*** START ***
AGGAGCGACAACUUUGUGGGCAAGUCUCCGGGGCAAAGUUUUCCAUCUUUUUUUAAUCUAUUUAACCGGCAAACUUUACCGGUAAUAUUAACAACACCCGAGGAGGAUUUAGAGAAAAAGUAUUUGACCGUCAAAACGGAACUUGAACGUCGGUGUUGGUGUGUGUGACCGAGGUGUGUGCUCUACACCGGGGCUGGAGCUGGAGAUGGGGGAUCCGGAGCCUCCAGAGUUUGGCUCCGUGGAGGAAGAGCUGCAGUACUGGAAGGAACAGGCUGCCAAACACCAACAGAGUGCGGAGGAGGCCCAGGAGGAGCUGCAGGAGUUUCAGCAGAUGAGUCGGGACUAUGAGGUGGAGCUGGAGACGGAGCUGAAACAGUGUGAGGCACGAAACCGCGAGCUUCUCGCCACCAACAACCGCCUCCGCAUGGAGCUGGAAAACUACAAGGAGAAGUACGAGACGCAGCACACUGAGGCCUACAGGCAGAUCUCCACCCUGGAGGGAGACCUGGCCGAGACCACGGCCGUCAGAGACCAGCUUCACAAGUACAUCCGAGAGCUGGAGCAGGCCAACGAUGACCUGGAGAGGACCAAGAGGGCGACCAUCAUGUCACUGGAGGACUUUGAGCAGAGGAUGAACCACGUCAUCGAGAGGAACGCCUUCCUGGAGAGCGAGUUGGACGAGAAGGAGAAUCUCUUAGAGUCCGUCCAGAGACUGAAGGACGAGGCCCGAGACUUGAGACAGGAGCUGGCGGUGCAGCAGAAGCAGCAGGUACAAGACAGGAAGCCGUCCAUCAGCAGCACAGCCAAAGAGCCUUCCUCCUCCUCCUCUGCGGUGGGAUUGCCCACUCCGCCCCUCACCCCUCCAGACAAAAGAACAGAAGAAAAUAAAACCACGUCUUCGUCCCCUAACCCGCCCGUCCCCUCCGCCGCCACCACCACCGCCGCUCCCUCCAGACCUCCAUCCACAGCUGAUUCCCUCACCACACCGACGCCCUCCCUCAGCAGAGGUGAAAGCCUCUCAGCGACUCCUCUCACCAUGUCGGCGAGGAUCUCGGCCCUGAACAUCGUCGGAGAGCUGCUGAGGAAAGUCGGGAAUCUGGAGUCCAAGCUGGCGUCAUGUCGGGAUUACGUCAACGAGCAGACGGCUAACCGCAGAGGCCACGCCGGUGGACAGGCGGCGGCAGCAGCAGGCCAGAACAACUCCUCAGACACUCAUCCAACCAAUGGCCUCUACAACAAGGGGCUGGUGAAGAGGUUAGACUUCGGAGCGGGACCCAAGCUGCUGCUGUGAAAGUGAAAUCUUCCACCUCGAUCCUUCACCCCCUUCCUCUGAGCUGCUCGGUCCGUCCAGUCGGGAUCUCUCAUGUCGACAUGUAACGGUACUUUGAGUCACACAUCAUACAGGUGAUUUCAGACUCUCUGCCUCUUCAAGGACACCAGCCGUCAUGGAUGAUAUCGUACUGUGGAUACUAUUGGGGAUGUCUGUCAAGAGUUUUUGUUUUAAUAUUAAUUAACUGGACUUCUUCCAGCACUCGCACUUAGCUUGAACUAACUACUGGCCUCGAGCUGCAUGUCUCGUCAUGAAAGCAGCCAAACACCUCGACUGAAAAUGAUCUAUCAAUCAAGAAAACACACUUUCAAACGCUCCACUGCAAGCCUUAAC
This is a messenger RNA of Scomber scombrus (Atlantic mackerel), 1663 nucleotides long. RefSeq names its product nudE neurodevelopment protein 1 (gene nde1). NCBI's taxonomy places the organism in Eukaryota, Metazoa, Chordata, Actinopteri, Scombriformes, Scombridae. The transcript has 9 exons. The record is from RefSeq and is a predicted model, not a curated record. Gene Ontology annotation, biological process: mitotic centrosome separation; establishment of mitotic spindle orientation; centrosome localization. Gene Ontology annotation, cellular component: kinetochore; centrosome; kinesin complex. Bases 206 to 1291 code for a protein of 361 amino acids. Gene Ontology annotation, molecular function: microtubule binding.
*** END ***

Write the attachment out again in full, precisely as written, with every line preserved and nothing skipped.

AGGAGCGACAACUUUGUGGGCAAGUCUCCGGGGCAAAGUUUUCCAUCUUUUUUUAAUCUAUUUAACCGGCAAACUUUACCGGUAAUAUUAACAACACCCGAGGAGGAUUUAGAGAAAAAGUAUUUGACCGUCAAAACGGAACUUGAACGUCGGUGUUGGUGUGUGUGACCGAGGUGUGUGCUCUACACCGGGGCUGGAGCUGGAGAUGGGGGAUCCGGAGCCUCCAGAGUUUGGCUCCGUGGAGGAAGAGCUGCAGUACUGGAAGGAACAGGCUGCCAAACACCAACAGAGUGCGGAGGAGGCCCAGGAGGAGCUGCAGGAGUUUCAGCAGAUGAGUCGGGACUAUGAGGUGGAGCUGGAGACGGAGCUGAAACAGUGUGAGGCACGAAACCGCGAGCUUCUCGCCACCAACAACCGCCUCCGCAUGGAGCUGGAAAACUACAAGGAGAAGUACGAGACGCAGCACACUGAGGCCUACAGGCAGAUCUCCACCCUGGAGGGAGACCUGGCCGAGACCACGGCCGUCAGAGACCAGCUUCACAAGUACAUCCGAGAGCUGGAGCAGGCCAACGAUGACCUGGAGAGGACCAAGAGGGCGACCAUCAUGUCACUGGAGGACUUUGAGCAGAGGAUGAACCACGUCAUCGAGAGGAACGCCUUCCUGGAGAGCGAGUUGGACGAGAAGGAGAAUCUCUUAGAGUCCGUCCAGAGACUGAAGGACGAGGCCCGAGACUUGAGACAGGAGCUGGCGGUGCAGCAGAAGCAGCAGGUACAAGACAGGAAGCCGUCCAUCAGCAGCACAGCCAAAGAGCCUUCCUCCUCCUCCUCUGCGGUGGGAUUGCCCACUCCGCCCCUCACCCCUCCAGACAAAAGAACAGAAGAAAAUAAAACCACGUCUUCGUCCCCUAACCCGCCCGUCCCCUCCGCCGCCACCACCACCGCCGCUCCCUCCAGACCUCCAUCCACAGCUGAUUCCCUCACCACACCGACGCCCUCCCUCAGCAGAGGUGAAAGCCUCUCAGCGACUCCUCUCACCAUGUCGGCGAGGAUCUCGGCCCUGAACAUCGUCGGAGAGCUGCUGAGGAAAGUCGGGAAUCUGGAGUCCAAGCUGGCGUCAUGUCGGGAUUACGUCAACGAGCAGACGGCUAACCGCAGAGGCCACGCCGGUGGACAGGCGGCGGCAGCAGCAGGCCAGAACAACUCCUCAGACACUCAUCCAACCAAUGGCCUCUACAACAAGGGGCUGGUGAAGAGGUUAGACUUCGGAGCGGGACCCAAGCUGCUGCUGUGAAAGUGAAAUCUUCCACCUCGAUCCUUCACCCCCUUCCUCUGAGCUGCUCGGUCCGUCCAGUCGGGAUCUCUCAUGUCGACAUGUAACGGUACUUUGAGUCACACAUCAUACAGGUGAUUUCAGACUCUCUGCCUCUUCAAGGACACCAGCCGUCAUGGAUGAUAUCGUACUGUGGAUACUAUUGGGGAUGUCUGUCAAGAGUUUUUGUUUUAAUAUUAAUUAACUGGACUUCUUCCAGCACUCGCACUUAGCUUGAACUAACUACUGGCCUCGAGCUGCAUGUCUCGUCAUGAAAGCAGCCAAACACCUCGACUGAAAAUGAUCUAUCAAUCAAGAAAACACACUUUCAAACGCUCCACUGCAAGCCUUAAC
This is a messenger RNA of Scomber scombrus (Atlantic mackerel), 1663 nucleotides long. RefSeq names its product nudE neurodevelopment protein 1 (gene nde1). NCBI's taxonomy places the organism in Eukaryota, Metazoa, Chordata, Actinopteri, Scombriformes, Scombridae. The transcript has 9 exons. The record is from RefSeq and is a predicted model, not a curated record. Gene Ontology annotation, biological process: mitotic centrosome separation; establishment of mitotic spindle orientation; centrosome localization. Gene Ontology annotation, cellular component: kinetochore; centrosome; kinesin complex. Bases 206 to 1291 code for a protein of 361 amino acids. Gene Ontology annotation, molecular function: microtubule binding.